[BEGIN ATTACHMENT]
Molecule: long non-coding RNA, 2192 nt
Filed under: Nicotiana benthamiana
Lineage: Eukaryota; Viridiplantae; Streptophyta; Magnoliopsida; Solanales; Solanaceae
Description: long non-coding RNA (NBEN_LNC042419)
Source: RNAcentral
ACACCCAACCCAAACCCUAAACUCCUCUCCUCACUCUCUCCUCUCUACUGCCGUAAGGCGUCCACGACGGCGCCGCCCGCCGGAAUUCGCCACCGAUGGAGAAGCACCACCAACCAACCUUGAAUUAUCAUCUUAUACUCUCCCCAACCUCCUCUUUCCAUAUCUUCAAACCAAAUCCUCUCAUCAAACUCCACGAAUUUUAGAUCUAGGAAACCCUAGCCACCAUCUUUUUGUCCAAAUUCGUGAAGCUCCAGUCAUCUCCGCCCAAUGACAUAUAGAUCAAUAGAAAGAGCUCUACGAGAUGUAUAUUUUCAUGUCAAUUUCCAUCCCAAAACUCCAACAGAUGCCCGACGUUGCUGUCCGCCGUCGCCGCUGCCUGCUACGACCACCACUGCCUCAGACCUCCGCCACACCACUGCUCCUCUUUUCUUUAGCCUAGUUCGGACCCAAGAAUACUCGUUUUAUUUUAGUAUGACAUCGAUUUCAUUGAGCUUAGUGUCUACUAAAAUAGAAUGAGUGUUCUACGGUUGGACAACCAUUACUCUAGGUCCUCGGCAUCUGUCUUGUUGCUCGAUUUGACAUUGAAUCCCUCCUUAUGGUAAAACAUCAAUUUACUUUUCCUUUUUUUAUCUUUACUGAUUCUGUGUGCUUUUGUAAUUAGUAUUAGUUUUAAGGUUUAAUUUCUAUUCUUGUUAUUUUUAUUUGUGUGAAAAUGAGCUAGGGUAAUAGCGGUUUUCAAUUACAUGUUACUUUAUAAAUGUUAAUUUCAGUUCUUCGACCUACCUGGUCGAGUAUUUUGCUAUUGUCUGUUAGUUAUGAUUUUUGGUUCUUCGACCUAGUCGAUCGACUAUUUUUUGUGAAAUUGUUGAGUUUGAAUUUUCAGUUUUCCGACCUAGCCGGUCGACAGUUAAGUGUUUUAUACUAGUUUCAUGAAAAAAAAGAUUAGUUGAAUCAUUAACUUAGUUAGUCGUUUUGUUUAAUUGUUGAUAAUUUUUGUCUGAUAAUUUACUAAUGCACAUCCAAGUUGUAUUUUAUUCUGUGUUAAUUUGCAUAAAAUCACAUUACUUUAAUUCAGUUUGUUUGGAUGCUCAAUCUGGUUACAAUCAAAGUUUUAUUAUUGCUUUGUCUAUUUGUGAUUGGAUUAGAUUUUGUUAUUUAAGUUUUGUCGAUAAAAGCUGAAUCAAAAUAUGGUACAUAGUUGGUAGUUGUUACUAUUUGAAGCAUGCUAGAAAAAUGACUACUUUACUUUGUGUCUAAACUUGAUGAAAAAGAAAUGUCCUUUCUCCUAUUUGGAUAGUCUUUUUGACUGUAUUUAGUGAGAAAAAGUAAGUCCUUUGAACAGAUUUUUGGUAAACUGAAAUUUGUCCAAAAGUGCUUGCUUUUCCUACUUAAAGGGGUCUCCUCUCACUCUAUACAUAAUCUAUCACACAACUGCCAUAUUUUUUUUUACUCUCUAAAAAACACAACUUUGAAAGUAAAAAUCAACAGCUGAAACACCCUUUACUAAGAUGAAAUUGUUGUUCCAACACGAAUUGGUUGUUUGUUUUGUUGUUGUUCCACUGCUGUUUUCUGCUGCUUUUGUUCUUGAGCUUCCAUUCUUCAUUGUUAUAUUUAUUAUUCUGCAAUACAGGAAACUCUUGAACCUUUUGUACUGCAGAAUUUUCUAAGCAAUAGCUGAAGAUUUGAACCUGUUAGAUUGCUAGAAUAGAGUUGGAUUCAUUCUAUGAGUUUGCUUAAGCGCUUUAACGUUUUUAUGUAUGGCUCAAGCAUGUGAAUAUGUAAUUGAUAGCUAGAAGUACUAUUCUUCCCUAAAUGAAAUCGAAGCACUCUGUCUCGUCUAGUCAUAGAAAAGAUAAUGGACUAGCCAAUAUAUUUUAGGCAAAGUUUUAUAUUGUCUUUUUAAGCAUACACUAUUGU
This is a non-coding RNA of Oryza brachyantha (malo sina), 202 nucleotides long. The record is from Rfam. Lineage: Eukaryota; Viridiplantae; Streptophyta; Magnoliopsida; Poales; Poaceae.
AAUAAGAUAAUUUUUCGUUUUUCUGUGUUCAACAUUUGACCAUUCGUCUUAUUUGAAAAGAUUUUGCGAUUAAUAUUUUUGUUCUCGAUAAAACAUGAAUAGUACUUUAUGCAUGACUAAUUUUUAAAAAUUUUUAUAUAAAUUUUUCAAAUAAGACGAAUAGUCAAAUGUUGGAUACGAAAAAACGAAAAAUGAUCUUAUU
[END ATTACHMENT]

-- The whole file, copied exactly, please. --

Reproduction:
Molecule: long non-coding RNA, 2192 nt
Filed under: Nicotiana benthamiana
Lineage: Eukaryota; Viridiplantae; Streptophyta; Magnoliopsida; Solanales; Solanaceae
Description: long non-coding RNA (NBEN_LNC042419)
Source: RNAcentral
ACACCCAACCCAAACCCUAAACUCCUCUCCUCACUCUCUCCUCUCUACUGCCGUAAGGCGUCCACGACGGCGCCGCCCGCCGGAAUUCGCCACCGAUGGAGAAGCACCACCAACCAACCUUGAAUUAUCAUCUUAUACUCUCCCCAACCUCCUCUUUCCAUAUCUUCAAACCAAAUCCUCUCAUCAAACUCCACGAAUUUUAGAUCUAGGAAACCCUAGCCACCAUCUUUUUGUCCAAAUUCGUGAAGCUCCAGUCAUCUCCGCCCAAUGACAUAUAGAUCAAUAGAAAGAGCUCUACGAGAUGUAUAUUUUCAUGUCAAUUUCCAUCCCAAAACUCCAACAGAUGCCCGACGUUGCUGUCCGCCGUCGCCGCUGCCUGCUACGACCACCACUGCCUCAGACCUCCGCCACACCACUGCUCCUCUUUUCUUUAGCCUAGUUCGGACCCAAGAAUACUCGUUUUAUUUUAGUAUGACAUCGAUUUCAUUGAGCUUAGUGUCUACUAAAAUAGAAUGAGUGUUCUACGGUUGGACAACCAUUACUCUAGGUCCUCGGCAUCUGUCUUGUUGCUCGAUUUGACAUUGAAUCCCUCCUUAUGGUAAAACAUCAAUUUACUUUUCCUUUUUUUAUCUUUACUGAUUCUGUGUGCUUUUGUAAUUAGUAUUAGUUUUAAGGUUUAAUUUCUAUUCUUGUUAUUUUUAUUUGUGUGAAAAUGAGCUAGGGUAAUAGCGGUUUUCAAUUACAUGUUACUUUAUAAAUGUUAAUUUCAGUUCUUCGACCUACCUGGUCGAGUAUUUUGCUAUUGUCUGUUAGUUAUGAUUUUUGGUUCUUCGACCUAGUCGAUCGACUAUUUUUUGUGAAAUUGUUGAGUUUGAAUUUUCAGUUUUCCGACCUAGCCGGUCGACAGUUAAGUGUUUUAUACUAGUUUCAUGAAAAAAAAGAUUAGUUGAAUCAUUAACUUAGUUAGUCGUUUUGUUUAAUUGUUGAUAAUUUUUGUCUGAUAAUUUACUAAUGCACAUCCAAGUUGUAUUUUAUUCUGUGUUAAUUUGCAUAAAAUCACAUUACUUUAAUUCAGUUUGUUUGGAUGCUCAAUCUGGUUACAAUCAAAGUUUUAUUAUUGCUUUGUCUAUUUGUGAUUGGAUUAGAUUUUGUUAUUUAAGUUUUGUCGAUAAAAGCUGAAUCAAAAUAUGGUACAUAGUUGGUAGUUGUUACUAUUUGAAGCAUGCUAGAAAAAUGACUACUUUACUUUGUGUCUAAACUUGAUGAAAAAGAAAUGUCCUUUCUCCUAUUUGGAUAGUCUUUUUGACUGUAUUUAGUGAGAAAAAGUAAGUCCUUUGAACAGAUUUUUGGUAAACUGAAAUUUGUCCAAAAGUGCUUGCUUUUCCUACUUAAAGGGGUCUCCUCUCACUCUAUACAUAAUCUAUCACACAACUGCCAUAUUUUUUUUUACUCUCUAAAAAACACAACUUUGAAAGUAAAAAUCAACAGCUGAAACACCCUUUACUAAGAUGAAAUUGUUGUUCCAACACGAAUUGGUUGUUUGUUUUGUUGUUGUUCCACUGCUGUUUUCUGCUGCUUUUGUUCUUGAGCUUCCAUUCUUCAUUGUUAUAUUUAUUAUUCUGCAAUACAGGAAACUCUUGAACCUUUUGUACUGCAGAAUUUUCUAAGCAAUAGCUGAAGAUUUGAACCUGUUAGAUUGCUAGAAUAGAGUUGGAUUCAUUCUAUGAGUUUGCUUAAGCGCUUUAACGUUUUUAUGUAUGGCUCAAGCAUGUGAAUAUGUAAUUGAUAGCUAGAAGUACUAUUCUUCCCUAAAUGAAAUCGAAGCACUCUGUCUCGUCUAGUCAUAGAAAAGAUAAUGGACUAGCCAAUAUAUUUUAGGCAAAGUUUUAUAUUGUCUUUUUAAGCAUACACUAUUGU
This is a non-coding RNA of Oryza brachyantha (malo sina), 202 nucleotides long. The record is from Rfam. Lineage: Eukaryota; Viridiplantae; Streptophyta; Magnoliopsida; Poales; Poaceae.
AAUAAGAUAAUUUUUCGUUUUUCUGUGUUCAACAUUUGACCAUUCGUCUUAUUUGAAAAGAUUUUGCGAUUAAUAUUUUUGUUCUCGAUAAAACAUGAAUAGUACUUUAUGCAUGACUAAUUUUUAAAAAUUUUUAUAUAAAUUUUUCAAAUAAGACGAAUAGUCAAAUGUUGGAUACGAAAAAACGAAAAAUGAUCUUAUU